Vol. 12 No. 3-4 (2018)
Articles

Effect of Training on Small-Scale Rice Production in Northern Ghana

Published December 13, 2018
Benjamin Tetteh Anang
Department of Agricultural Economics and Extension. Faculty of Agriculture. University for Development Studies. Tamale, Ghana
Joseph A. Awuni
Department of Agricultural and Resource Economics. Faculty of Agribusiness and Communication Sciences.University for Development Studies. Tamale, Ghana
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APA

Anang, B. T. ., & Awuni, J. A. (2018). Effect of Training on Small-Scale Rice Production in Northern Ghana. Applied Studies in Agribusiness and Commerce, 12(3-4), 13-20. https://doi.org/10.19041/APSTRACT/2018/3-4/2

Training in modern farming methods enables farm households in developing countries to improve agricultural productivity. Notwithstanding the efforts of governmental and non-governmental organisations to provide farmers with agricultural training, productivity remains low. The existing literature provides little empirical evidence of the effect of training on agricultural productivity in Ghana. This study therefore seeks to bridge this gap by investigating small scale rice farmers’ participation in agricultural training programmes and its effect on productivity in northern Ghana. A treatment effect model was used to account for sample selection bias. The results indicated that participation in training increased with the number of extension visits, group membership, access to credit and the degree of specialisation in rice production. Furthermore, total output and labour productivity both increased with participation in training but the relationship with land productivity (yield) was insignificant. On average, participation in training was associated with 797kg increase in rice output, while labour productivity increased by 7.3kg/man-day. With the exception of farm capital, all the production inputs had a positively significant relationship with output suggesting sub-optimal use of capital in production. The study concludes that farmers’ training needs are not adequately being met while inadequate capital is constraining farm output. Increasing access to extension service and involving farmer-based organisations in the design and implementation of training programmes will enhance participation and farm performance.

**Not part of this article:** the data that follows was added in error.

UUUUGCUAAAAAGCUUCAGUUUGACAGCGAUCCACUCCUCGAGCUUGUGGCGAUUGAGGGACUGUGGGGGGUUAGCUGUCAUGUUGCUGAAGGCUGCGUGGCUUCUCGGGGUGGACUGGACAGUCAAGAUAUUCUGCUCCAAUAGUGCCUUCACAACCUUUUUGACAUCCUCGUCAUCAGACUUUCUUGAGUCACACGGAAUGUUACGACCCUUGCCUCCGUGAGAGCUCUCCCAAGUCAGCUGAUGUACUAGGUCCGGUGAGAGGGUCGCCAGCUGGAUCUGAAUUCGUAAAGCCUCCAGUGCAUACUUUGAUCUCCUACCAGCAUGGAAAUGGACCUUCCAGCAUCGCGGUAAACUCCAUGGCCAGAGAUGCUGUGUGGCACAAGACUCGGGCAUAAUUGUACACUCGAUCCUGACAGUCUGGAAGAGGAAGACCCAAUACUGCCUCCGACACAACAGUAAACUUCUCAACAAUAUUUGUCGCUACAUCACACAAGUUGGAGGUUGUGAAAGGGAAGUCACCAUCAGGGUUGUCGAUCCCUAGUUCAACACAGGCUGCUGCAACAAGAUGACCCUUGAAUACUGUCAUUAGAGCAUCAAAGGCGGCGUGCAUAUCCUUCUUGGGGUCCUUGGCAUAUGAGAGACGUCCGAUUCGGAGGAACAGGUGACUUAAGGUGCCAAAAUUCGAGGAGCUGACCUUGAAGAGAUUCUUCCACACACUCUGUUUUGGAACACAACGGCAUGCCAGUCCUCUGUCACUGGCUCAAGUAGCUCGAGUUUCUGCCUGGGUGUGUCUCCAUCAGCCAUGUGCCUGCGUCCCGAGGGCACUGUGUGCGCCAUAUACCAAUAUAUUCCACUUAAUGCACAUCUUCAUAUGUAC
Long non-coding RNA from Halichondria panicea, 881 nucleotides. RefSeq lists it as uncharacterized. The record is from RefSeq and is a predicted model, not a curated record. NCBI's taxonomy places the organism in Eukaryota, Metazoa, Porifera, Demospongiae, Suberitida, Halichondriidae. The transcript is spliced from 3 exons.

JEL Classification: C21, D24, Q12